At the risk of talking down to some readers and over the head of others I feel the need to explain the term “bottom bracket”. According to Sheldon Brown’s Bicycle Glossary a bottom bracket is:
The part of the frame around which the pedal cranks revolve, also the bearings and axle assembly that runs through the bottom bracket shell of the frame.
Looking at the late Mr. Brown’s page I realized I am opening a bona fide can of worms. There are several bottom bracket “standards”, and bottom bracket/crankset interfaces. We won’t even get into “outboard bearing” and “BB30” and other new standards which are mostly calculated to keep the buying public buying, while claiming to add some performance advantage…not performance related to the durability or function of the piece… but of the rider/bike.
“Square taper” bottom brackets are made to work with “square taper” cranksets and cranksets with suitable chain ring sizes for touring generally are of the square taper variety. Clink this link for a discussion of gears and gearing. So this series of pieces will be about square taper bottom brackets.There are still compatibility issues to think about though. The taper on Italian (Campagnolo) cranks and bottom brackets are different from the taper on cranks and bottom brackets made anyplace else in the known Universe, which actually is typical of Campy parts. And bottom brackets come with different spindle lengths. The correct spindle length for a given bicycle will be a function of the width of the bottom bracket shell, the shape of the chain stays and of the shape of the crank. For example: with a Sugino XD500 (XD2) triple crank set on a Surly Long Haul Trucker, a 107mm to 110mm spindle length works well.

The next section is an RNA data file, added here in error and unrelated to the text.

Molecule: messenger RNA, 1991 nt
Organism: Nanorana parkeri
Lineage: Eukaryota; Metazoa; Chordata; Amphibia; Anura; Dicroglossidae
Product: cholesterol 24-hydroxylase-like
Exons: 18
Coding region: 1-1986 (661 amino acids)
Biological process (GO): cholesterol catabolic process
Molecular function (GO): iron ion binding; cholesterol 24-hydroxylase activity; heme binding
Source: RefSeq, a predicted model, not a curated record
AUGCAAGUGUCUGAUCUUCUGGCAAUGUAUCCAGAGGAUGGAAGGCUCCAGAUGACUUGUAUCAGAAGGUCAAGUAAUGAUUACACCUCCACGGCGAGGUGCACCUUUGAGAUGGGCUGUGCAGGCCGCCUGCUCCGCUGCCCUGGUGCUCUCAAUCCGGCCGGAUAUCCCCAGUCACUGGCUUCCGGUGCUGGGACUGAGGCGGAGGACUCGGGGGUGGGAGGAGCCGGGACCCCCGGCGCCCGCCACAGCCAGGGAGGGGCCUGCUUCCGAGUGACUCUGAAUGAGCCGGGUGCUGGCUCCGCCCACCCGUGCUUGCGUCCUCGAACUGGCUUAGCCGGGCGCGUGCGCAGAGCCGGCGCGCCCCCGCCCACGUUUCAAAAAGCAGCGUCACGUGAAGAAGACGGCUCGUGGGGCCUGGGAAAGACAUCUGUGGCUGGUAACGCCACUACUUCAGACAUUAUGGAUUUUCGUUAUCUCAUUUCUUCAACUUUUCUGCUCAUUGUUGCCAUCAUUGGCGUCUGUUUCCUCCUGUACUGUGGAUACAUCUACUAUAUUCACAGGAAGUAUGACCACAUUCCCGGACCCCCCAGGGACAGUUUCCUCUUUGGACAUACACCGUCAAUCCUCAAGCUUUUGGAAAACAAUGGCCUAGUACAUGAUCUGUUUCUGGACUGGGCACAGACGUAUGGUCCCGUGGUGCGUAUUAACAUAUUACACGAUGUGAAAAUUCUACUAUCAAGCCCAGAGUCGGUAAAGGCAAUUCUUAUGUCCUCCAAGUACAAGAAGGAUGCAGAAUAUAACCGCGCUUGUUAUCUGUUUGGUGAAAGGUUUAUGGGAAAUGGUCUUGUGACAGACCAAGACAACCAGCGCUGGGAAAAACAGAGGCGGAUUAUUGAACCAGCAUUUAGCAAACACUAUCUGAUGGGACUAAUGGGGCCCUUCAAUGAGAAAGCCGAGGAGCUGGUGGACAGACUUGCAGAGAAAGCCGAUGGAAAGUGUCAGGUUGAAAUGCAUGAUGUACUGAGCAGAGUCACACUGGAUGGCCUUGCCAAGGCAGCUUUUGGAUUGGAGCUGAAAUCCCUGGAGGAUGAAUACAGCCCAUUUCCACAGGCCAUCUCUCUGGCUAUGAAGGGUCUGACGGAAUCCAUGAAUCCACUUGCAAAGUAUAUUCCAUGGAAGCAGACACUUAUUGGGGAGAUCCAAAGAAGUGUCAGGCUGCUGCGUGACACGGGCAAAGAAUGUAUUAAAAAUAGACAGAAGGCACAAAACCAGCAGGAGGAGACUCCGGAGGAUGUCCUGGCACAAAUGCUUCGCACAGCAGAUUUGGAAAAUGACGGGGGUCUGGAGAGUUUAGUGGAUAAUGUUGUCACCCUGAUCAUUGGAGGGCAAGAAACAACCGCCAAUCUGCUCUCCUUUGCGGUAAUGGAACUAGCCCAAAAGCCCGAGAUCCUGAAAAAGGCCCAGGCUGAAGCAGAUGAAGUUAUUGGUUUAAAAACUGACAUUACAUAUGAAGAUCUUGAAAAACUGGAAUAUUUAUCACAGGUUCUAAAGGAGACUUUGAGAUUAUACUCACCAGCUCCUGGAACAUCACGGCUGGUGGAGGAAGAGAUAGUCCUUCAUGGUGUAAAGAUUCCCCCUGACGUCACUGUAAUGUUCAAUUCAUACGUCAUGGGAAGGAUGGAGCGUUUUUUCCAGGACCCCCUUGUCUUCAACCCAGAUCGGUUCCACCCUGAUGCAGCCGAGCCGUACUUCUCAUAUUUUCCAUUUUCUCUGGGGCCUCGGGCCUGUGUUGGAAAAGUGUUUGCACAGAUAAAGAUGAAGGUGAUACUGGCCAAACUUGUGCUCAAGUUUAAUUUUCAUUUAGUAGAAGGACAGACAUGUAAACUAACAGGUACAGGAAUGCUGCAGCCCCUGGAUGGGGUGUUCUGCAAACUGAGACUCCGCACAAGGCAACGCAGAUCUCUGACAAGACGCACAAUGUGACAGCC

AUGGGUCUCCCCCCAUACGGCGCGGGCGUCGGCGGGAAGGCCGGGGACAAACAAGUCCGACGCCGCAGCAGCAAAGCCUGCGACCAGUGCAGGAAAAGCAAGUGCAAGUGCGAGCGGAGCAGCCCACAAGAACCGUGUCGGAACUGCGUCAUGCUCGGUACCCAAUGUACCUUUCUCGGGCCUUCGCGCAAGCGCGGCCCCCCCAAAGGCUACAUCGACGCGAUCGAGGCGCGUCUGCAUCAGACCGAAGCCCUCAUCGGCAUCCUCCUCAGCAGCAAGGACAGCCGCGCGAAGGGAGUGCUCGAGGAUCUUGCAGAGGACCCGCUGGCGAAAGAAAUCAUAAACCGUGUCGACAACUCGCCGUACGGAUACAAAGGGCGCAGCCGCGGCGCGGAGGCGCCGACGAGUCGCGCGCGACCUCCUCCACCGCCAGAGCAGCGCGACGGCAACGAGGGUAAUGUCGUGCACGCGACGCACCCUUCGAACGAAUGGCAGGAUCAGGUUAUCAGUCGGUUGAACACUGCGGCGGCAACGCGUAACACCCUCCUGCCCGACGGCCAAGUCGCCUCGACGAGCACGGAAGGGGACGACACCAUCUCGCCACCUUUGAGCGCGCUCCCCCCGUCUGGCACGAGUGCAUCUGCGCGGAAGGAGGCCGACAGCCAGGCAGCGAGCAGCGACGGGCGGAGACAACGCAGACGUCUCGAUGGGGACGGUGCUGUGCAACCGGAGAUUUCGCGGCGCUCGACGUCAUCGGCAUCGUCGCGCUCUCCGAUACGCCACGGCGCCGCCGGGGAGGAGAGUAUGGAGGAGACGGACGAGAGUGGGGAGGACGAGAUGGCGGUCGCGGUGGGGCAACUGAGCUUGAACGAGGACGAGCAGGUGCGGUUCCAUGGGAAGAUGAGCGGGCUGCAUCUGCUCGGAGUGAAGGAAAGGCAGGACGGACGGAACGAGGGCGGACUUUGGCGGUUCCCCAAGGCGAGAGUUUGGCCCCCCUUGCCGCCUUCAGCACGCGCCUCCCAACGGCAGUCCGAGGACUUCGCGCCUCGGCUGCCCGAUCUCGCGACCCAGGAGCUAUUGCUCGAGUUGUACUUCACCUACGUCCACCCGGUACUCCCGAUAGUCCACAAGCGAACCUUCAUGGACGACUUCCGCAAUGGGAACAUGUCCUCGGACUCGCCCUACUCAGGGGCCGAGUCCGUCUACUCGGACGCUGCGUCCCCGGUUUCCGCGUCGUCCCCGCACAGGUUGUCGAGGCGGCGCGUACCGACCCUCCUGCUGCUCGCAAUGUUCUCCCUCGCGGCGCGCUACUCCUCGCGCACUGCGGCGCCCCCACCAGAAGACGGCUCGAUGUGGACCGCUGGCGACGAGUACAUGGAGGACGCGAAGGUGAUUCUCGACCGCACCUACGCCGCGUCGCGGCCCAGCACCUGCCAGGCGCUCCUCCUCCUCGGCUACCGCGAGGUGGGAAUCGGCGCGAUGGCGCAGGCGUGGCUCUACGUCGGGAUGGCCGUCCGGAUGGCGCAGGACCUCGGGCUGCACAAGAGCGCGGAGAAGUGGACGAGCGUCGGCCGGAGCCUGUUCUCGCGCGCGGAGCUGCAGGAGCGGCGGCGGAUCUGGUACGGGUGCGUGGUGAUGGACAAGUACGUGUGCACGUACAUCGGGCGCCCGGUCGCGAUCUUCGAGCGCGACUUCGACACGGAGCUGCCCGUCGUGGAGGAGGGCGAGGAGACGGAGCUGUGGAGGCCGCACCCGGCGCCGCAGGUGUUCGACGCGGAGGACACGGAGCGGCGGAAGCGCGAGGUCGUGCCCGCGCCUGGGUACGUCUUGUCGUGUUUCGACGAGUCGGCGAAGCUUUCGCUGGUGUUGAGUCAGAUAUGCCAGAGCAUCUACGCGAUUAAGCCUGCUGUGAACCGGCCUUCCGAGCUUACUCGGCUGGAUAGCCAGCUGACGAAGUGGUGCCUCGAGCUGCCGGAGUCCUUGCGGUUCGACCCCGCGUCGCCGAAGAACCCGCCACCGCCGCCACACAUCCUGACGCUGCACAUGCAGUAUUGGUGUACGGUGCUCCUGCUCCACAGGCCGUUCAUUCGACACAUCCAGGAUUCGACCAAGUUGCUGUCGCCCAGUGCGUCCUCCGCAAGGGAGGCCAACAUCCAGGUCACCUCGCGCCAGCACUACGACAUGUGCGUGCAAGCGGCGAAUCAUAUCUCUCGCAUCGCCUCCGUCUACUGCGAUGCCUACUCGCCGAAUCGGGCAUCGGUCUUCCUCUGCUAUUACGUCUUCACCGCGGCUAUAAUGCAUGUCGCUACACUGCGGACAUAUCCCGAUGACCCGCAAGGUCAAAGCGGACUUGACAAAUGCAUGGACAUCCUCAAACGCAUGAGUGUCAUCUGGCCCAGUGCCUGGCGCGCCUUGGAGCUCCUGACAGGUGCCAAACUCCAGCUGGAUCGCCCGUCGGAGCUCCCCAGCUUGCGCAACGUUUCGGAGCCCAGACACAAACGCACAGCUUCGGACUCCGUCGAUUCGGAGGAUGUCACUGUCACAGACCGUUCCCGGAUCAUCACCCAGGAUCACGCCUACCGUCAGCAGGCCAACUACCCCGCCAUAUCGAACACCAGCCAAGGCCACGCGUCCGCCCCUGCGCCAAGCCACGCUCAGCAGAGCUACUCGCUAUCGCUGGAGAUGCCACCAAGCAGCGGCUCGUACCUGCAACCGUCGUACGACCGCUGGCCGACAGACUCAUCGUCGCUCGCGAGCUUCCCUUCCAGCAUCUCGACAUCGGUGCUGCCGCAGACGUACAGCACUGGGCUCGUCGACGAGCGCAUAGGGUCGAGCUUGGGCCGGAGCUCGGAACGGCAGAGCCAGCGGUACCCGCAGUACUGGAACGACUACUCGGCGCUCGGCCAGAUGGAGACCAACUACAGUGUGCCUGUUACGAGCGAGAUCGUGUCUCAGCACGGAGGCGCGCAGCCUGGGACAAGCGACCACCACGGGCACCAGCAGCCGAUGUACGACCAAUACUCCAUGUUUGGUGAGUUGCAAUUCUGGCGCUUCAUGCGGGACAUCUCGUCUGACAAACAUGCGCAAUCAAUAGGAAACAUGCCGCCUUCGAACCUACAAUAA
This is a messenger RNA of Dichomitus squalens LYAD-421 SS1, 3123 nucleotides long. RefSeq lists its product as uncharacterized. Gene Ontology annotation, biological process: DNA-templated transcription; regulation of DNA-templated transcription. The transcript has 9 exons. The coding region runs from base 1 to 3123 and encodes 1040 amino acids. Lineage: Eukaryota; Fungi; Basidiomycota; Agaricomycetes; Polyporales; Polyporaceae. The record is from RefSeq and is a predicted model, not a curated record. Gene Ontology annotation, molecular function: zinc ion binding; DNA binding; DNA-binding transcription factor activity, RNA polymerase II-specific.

Before the widespread use of cartridge bearings, bottom brackets were designed with loose balls or caged balls running on races inside the cups and races shaped into the spindle. Mechanical seals or o-rings were used to keep out water and dirt. Nowadays the spindle is held inside a case by means of sealed cartridge bearings pressed onto the spindle. The only seals being those on the bearings themselves. A less than ideal state of affairs for the part of the bicycle in a location that will be sprayed from time to time with a slurry of water, grease, oil, de-icer, sand and grit.
So, what’s the dyed-in-the-wool bike tourist to do? In the following posts we will explore some of the available options for touring bike bottom brackets. If the idea of reading about that titillates you, you should think about getting a life.